Covid-19 patients on some cancer therapies may be contagious for months: Study

Covid-19 patients on some cancer therapies may be contagious for months: Study
A 3D-printed coronavirus model is seen in front of the words coronavirus disease (Covid-19) on display in this illustration taken March 25, 2020.
PHOTO: Reuters

Covid-19 patients who received cancer treatments that suppress their immune system may remain contagious and able to spread the coronavirus for two months or more, according to a study published on Tuesday (Dec 1).

The US for Disease Control and Prevention (CDC) currently recommends that when patients have compromised immune systems, healthcare workers follow extra precautions such as wearing respirators instead of face masks and isolate patients for up to 20 days after symptoms appear.

In the new study, researchers analysed sputum and swab samples from 20 immunosuppressed cancer patients infected with the new coronavirus. They found that three were contagious for more than three weeks after their symptoms began, including one who remained contagious for 61 days.

The three patients had received either a stem-cell transplant or therapy with genetically engineered immune cells called CAR T-cells within the previous six months. Two of the three had developed severe Covid-19. None of them had antibodies to the virus.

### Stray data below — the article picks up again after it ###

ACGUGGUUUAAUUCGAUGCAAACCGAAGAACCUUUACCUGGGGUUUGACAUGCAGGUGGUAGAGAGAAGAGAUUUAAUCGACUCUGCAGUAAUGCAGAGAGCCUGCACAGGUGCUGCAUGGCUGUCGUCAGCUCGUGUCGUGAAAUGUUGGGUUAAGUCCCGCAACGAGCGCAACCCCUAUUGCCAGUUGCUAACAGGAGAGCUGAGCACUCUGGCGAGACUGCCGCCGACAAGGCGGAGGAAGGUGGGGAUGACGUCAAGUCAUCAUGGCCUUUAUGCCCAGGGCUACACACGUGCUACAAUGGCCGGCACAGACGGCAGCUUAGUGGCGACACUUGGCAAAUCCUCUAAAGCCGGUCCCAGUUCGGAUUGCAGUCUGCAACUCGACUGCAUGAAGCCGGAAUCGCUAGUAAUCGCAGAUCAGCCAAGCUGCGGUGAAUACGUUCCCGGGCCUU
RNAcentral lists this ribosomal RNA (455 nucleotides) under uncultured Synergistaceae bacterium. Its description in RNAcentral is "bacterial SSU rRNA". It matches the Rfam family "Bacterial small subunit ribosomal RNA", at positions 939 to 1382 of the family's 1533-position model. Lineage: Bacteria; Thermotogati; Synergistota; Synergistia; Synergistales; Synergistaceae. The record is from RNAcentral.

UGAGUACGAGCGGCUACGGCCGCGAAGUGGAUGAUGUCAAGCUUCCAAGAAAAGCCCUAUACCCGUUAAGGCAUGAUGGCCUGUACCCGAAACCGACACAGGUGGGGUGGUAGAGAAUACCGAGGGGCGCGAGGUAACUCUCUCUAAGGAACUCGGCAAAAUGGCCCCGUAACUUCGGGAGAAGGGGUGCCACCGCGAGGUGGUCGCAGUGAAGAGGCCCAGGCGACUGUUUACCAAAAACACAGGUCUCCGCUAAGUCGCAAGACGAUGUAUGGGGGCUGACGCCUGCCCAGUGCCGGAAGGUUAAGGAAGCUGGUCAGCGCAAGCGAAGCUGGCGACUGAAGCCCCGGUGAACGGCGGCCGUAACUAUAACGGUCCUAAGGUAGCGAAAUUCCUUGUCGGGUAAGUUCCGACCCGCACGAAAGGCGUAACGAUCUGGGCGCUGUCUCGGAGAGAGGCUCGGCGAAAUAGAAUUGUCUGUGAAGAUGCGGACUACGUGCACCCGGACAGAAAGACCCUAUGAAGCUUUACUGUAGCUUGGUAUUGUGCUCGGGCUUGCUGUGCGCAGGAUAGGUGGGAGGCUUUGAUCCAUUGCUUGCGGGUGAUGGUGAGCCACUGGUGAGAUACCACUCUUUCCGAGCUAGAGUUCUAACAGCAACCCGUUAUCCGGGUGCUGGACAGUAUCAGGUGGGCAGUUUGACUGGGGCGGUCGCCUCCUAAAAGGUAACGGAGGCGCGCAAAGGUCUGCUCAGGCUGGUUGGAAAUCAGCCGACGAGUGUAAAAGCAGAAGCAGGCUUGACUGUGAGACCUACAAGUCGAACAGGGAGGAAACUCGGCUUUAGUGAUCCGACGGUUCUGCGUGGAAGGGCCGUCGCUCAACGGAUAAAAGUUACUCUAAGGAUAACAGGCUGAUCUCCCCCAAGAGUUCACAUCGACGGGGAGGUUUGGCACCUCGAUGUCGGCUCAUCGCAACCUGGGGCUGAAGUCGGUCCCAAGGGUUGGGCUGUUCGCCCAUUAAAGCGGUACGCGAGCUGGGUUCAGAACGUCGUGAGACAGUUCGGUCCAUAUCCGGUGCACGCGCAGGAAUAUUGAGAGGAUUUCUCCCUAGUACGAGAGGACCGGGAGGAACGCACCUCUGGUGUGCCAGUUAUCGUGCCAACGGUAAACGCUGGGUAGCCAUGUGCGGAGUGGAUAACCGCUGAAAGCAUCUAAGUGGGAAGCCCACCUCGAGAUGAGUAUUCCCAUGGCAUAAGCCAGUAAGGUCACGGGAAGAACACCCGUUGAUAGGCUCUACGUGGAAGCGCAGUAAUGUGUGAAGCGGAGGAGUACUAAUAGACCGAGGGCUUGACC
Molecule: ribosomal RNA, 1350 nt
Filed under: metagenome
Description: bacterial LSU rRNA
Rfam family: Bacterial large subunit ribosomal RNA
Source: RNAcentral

Current public health recommendations for Covid-19 patients with weak immune systems are based on limited data and may need to be revised, the researchers said in a letter published in the New England Journal of Medicine.

“We know from several studies that if you’re ... healthy, you are no longer infectious after the first week of illness. But there is very little we know about immunocompromised patients,” said Mini Kamboj, one of the study’s authors from the Memorial Sloan Kettering Cancer Centre. “Is that 20 days enough or do we need to exercise precautions for longer than that?”

While only a small proportion of cancer patients with Covid-19 are likely to remain contagious for prolonged periods, “it’s a residual risk that we need to address,” Kamboj said. “We need to keep an open mind about how (much) longer immunocompromised patients could pose an infection risk to others.”

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